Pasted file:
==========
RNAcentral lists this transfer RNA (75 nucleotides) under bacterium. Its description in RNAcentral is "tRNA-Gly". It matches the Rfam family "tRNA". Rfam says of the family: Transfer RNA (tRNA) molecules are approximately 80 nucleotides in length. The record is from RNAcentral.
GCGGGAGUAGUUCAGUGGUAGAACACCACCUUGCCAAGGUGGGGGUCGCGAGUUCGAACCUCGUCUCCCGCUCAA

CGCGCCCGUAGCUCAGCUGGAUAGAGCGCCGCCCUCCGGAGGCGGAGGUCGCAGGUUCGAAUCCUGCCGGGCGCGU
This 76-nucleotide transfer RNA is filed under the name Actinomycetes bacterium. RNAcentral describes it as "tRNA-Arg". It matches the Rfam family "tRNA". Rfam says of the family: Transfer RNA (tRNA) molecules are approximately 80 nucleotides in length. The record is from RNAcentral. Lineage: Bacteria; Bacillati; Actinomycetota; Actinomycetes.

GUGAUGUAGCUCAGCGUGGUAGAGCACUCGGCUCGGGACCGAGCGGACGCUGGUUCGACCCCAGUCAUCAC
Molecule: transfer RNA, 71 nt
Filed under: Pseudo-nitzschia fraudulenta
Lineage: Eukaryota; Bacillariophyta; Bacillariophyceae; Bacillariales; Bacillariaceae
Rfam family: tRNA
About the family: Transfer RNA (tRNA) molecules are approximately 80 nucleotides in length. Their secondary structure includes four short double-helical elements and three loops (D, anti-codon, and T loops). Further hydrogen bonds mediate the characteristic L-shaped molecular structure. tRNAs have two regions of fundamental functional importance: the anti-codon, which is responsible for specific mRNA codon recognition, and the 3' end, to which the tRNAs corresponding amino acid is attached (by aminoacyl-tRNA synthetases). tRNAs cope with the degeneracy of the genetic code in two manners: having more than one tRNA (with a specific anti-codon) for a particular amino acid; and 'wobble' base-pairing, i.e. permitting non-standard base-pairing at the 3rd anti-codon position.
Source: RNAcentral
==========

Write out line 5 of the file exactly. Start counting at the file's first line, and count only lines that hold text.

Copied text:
GUGAUGUAGCUCAGCGUGGUAGAGCACUCGGCUCGGGACCGAGCGGACGCUGGUUCGACCCCAGUCAUCAC